Episode 9 of 52 wherein Anne Marie screens all of Katharine Hepburn's films in chronological order
In which Katharine Hepburn looks better in a suit than Cary Grant.
I will never turn down a movie about a lady in a suit. Two reasons: 1) Early exposure to As You Like It and 2) An experimental phase in college film studies during which I flirted heavily with the Hays Code.
What I’m saying is, I was predisposed to love Sylvia Scarlett no matter what. Still, it wasn’t what I expected. Kate in Sylvia Scarlett gets lumped in with Greta Garbo in Queen Christina and Marlene Dietrich in Morocco as a member of the Cinematic Sapphic Sisterhood. But after this week’s viewing, I actually think that’s reductive. Instead, Morocco, Queen Christina and Sylvia Scarlett all deal with different shades of androgyny, sex, and gender.
I wrote about Marlene’s swoon-worthy swagger for Great Moments in Gayness last year, and I stand by what I said. Marlene Dietrich puts on a hell of a show in top hat and tails. Emphasis here is on the word “show."
Dietrich is the sexiest lady in spats, but she is definitely a lady. She’s curves and curls in a dashing set of menswear. That censorship-be-damned kiss is part of the act, designed to catch Gary Cooper’s attention. It’s an idea touched on in The Celluloid Closet: Dietrich’s image was based on her “exotic” sexuality. “Lesbian for show” definitely fits the bill.
So we turn next to Queen Christina, one of only two movies where Greta Garbo does not die at the end. Queen Christina can easily be read as a guide on the Hays Code Guide On How To De-Gay. The movie starts with Garbo dressed in pants and kissing her handmaiden, but ends with her in a gown, abdicating her throne for John Gilbert.
Since this is a Hays Code movie, Christina’s kiss is brief, not sexy. It’s more a signal that Something Is Not Right with Christina. Additionally, a major plot point relies on everyone mistaking Garbo for a man, which is only plausible because John Gilbert wears almost as much eyeliner as Garbo does. Thank John Gilbert and his curly goatee for setting her straight.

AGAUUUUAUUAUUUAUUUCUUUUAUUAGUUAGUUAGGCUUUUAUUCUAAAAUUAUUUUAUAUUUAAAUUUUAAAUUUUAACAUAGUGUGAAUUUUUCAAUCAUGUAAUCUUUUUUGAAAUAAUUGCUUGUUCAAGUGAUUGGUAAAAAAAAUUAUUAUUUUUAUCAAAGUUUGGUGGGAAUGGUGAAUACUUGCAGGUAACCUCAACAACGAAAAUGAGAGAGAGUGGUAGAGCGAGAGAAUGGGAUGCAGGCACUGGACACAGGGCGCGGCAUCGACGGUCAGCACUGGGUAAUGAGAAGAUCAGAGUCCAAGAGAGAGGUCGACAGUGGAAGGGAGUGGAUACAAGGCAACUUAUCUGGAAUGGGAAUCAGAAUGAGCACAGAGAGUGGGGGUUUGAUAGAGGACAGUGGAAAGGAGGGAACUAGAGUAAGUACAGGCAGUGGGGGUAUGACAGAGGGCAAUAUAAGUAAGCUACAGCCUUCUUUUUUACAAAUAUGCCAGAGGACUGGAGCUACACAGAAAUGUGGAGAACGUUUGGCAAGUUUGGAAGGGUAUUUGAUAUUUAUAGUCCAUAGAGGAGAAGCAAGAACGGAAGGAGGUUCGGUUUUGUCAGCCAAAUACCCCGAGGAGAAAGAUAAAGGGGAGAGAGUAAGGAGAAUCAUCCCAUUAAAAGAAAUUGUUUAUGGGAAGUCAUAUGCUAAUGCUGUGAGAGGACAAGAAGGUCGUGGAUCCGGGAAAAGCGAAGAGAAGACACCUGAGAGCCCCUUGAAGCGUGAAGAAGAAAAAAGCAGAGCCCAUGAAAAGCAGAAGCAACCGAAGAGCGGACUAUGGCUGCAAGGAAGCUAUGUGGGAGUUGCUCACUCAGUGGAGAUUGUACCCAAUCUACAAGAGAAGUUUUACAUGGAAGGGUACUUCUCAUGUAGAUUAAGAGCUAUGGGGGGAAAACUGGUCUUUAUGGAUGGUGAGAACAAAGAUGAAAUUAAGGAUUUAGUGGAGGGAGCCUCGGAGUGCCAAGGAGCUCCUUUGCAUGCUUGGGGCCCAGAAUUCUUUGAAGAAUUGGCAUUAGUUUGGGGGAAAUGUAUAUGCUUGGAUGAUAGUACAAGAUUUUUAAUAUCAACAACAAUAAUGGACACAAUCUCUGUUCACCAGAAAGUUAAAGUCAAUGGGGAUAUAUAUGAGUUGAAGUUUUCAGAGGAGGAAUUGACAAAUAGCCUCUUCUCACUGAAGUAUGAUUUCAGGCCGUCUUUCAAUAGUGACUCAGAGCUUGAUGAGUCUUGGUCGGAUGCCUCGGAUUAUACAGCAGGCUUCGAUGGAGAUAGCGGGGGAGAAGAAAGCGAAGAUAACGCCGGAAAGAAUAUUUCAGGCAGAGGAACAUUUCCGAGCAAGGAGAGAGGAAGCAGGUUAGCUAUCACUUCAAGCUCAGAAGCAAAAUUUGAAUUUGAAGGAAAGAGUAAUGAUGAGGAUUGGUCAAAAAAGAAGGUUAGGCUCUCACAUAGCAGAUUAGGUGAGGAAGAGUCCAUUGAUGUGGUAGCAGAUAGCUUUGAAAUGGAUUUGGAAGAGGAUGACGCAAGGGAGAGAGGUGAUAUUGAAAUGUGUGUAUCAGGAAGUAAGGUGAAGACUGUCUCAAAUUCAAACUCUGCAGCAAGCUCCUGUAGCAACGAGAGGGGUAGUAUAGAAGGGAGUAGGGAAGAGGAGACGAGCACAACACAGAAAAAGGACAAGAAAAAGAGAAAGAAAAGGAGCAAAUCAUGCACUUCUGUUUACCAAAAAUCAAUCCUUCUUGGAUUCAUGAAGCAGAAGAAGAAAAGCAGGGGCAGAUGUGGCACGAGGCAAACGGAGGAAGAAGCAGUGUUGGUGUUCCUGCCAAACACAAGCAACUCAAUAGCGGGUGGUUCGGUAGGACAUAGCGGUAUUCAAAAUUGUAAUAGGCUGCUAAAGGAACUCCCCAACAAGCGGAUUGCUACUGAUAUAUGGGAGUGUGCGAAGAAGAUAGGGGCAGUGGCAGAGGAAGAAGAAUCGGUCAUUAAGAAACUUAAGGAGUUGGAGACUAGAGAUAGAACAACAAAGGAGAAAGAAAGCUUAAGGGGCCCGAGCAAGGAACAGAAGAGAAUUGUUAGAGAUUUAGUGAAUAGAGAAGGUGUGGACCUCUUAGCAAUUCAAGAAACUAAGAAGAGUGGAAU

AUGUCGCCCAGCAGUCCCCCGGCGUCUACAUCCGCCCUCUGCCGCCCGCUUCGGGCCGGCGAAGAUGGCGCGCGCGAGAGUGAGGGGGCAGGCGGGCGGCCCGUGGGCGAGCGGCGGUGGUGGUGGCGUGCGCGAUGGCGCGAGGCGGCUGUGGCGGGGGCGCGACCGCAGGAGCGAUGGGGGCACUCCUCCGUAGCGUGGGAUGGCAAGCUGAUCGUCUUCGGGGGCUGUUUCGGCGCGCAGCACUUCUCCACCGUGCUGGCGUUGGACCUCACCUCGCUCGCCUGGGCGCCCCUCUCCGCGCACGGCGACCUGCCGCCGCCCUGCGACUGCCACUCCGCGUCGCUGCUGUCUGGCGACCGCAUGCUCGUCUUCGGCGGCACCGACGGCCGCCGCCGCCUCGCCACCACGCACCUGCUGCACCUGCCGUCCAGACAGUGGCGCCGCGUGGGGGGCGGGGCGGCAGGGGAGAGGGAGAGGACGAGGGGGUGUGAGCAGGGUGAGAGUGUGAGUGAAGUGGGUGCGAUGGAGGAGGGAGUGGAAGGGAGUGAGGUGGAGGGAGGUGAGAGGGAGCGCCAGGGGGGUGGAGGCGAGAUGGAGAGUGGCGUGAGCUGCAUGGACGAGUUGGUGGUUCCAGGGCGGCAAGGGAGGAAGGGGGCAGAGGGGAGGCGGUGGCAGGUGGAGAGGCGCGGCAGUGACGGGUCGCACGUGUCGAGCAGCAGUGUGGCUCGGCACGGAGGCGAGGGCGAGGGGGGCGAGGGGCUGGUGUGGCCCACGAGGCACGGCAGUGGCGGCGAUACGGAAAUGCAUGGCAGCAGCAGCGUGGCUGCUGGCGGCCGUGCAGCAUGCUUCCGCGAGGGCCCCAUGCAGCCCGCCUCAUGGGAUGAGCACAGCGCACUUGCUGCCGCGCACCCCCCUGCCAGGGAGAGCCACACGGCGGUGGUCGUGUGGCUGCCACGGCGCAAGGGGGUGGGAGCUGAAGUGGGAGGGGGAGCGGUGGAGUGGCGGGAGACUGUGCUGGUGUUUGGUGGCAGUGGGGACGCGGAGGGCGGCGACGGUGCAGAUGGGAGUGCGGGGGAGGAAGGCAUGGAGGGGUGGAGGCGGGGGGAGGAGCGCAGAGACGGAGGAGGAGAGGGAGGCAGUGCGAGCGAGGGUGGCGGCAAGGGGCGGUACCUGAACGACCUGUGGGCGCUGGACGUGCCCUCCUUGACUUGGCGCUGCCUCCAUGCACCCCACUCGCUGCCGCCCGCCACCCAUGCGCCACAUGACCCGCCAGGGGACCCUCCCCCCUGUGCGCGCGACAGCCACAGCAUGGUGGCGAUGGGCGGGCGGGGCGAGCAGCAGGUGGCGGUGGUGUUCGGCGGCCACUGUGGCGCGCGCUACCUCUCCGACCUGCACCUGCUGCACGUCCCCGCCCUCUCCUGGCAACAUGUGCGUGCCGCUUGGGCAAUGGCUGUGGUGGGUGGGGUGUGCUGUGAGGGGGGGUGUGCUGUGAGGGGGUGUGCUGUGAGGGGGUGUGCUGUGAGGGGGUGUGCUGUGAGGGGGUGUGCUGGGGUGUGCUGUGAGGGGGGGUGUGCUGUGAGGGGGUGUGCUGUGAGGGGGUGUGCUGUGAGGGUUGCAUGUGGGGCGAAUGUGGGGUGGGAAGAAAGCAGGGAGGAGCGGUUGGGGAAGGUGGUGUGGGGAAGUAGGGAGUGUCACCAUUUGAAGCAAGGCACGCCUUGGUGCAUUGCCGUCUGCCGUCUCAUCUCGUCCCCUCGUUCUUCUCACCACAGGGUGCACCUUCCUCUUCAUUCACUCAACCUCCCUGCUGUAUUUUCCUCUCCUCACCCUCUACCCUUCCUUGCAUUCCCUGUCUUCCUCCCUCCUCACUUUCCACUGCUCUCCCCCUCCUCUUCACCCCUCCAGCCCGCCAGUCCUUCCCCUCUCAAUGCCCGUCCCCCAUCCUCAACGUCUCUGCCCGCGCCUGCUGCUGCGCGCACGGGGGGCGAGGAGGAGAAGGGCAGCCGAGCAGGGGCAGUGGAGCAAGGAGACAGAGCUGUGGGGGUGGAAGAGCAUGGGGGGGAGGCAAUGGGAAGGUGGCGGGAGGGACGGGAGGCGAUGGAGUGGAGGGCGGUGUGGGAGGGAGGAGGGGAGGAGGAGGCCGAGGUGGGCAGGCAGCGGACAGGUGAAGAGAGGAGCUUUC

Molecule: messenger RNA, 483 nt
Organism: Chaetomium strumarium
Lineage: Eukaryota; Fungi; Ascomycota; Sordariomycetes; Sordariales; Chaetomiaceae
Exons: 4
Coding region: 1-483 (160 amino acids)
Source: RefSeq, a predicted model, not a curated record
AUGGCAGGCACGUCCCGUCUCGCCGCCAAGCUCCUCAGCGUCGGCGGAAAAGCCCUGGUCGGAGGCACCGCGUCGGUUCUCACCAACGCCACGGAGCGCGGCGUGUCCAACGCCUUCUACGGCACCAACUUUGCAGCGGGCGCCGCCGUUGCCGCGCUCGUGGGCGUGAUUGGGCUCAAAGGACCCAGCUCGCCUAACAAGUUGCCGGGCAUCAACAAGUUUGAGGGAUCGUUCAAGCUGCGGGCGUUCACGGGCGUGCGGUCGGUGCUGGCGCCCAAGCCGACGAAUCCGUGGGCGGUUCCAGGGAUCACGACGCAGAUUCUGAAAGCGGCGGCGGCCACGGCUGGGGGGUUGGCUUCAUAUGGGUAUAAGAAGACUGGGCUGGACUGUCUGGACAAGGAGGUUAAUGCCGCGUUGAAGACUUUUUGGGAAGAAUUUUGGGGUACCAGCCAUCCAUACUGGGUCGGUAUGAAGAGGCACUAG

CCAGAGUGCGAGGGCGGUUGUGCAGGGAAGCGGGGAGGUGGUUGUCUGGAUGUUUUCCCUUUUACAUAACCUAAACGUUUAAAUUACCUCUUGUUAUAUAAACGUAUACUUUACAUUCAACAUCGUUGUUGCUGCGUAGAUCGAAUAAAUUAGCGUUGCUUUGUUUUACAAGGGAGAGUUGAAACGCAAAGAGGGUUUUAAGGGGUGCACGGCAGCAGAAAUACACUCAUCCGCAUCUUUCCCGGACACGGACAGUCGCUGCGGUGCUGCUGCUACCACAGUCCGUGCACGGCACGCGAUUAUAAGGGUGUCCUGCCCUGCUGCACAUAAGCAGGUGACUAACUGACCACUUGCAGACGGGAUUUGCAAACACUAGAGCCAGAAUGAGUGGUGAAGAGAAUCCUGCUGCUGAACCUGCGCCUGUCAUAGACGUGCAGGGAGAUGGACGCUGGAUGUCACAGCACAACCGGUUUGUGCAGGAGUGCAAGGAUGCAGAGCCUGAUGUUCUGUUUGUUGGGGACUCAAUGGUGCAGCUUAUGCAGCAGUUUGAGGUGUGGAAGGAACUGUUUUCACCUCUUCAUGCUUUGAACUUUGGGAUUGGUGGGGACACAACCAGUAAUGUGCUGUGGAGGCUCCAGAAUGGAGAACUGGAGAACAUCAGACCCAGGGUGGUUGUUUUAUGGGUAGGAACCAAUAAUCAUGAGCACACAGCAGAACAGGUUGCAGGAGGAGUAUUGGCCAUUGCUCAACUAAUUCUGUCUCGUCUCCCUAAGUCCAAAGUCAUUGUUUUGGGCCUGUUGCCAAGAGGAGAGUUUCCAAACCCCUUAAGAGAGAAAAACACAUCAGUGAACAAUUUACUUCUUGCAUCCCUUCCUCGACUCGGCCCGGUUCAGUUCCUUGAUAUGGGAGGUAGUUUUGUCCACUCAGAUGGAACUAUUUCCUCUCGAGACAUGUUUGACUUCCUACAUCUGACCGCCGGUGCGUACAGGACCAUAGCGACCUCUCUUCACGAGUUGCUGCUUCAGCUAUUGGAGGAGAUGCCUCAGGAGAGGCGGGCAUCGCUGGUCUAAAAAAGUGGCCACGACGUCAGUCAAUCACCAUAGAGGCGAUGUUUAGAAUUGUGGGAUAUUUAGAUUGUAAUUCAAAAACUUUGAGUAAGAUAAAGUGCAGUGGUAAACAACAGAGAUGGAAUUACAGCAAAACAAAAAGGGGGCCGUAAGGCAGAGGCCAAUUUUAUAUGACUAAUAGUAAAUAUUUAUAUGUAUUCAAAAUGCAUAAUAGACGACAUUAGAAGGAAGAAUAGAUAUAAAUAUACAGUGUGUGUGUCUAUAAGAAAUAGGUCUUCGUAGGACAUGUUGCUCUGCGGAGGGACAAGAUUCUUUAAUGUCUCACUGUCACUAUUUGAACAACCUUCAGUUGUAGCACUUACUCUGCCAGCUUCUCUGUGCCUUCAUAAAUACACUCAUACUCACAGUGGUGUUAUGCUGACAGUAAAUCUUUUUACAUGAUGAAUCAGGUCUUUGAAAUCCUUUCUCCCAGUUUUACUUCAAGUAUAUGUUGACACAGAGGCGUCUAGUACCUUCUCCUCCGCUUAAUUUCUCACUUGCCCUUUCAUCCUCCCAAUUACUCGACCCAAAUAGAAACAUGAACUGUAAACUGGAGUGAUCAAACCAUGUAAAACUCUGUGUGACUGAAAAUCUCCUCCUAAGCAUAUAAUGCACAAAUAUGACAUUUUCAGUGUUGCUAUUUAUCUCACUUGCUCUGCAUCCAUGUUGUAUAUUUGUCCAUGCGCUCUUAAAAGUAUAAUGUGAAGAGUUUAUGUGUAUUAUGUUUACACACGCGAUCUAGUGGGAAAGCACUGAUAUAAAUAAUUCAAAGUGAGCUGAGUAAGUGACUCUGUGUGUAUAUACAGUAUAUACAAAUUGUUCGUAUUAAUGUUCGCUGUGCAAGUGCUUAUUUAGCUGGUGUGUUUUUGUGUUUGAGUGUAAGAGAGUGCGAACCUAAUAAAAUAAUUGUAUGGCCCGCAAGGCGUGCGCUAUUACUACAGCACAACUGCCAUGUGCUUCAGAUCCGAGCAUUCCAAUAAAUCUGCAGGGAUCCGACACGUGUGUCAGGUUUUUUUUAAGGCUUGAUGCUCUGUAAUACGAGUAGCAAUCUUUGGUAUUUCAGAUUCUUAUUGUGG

Now for Kate...
“Sylvia Scarlett reveals the interesting fact that Katharine Hepburn is better looking as a boy than a woman.”
Time Magazine was being tongue-in-cheek, but it’s not wrong. (The phrase you’re looking for is dapper as fuck.) Kate plays on her inherent androgyny as Sylvia, who passes as “Sylvester” in a convoluted plot involving con artists, suicide, and a circus. It’s clear from the start that Sylvia’s better at being masculine. Michael, her love interest - played by Brian Aherne, not Cary Grant - has to teach Sylvia how to be a girl. She’s not very good at it. By the end, Michael prefers her in pants. Still, “masculine” could read as “lesbian,” so this quick joke is designed to prove she’s straight:
Hetereosexuality affirmed! It's the second handtwitch that gets me. Anyway, Sylvia doesn’t dress as Sylvester to stir up anybody’s libido, like Dietrich. Nor is it a symptom of correctable “wrongness,” as with Garbo. Instead, the movie presents little judgement for Sylvia’s androgyny outside of a few jokes. Gender as a separate concept from sexuality or physical sex wouldn’t come about for another twenty years, so audiences had no context for Sylvia’s odd apparel. Unsurprisingly, all of this confusion led to one conclusion: the movie bombed.
Most biographers point to Sylvia Scarlett as the beginning of the end of Kate’s career at RKO. (Others list it as undeniable proof that Kate was gay/bisexual/asexual/an alien.) Kate and director George Cukor ended up renouncing the film, but the damage was done. Nonetheless, it remains the most unusual movie Kate made for the studio. Sylvia Scarlett holds a queer place in the Kate myth. Pun intended.
Next Week: Mary of Scotland (1935): In which Kate dons some regal duds.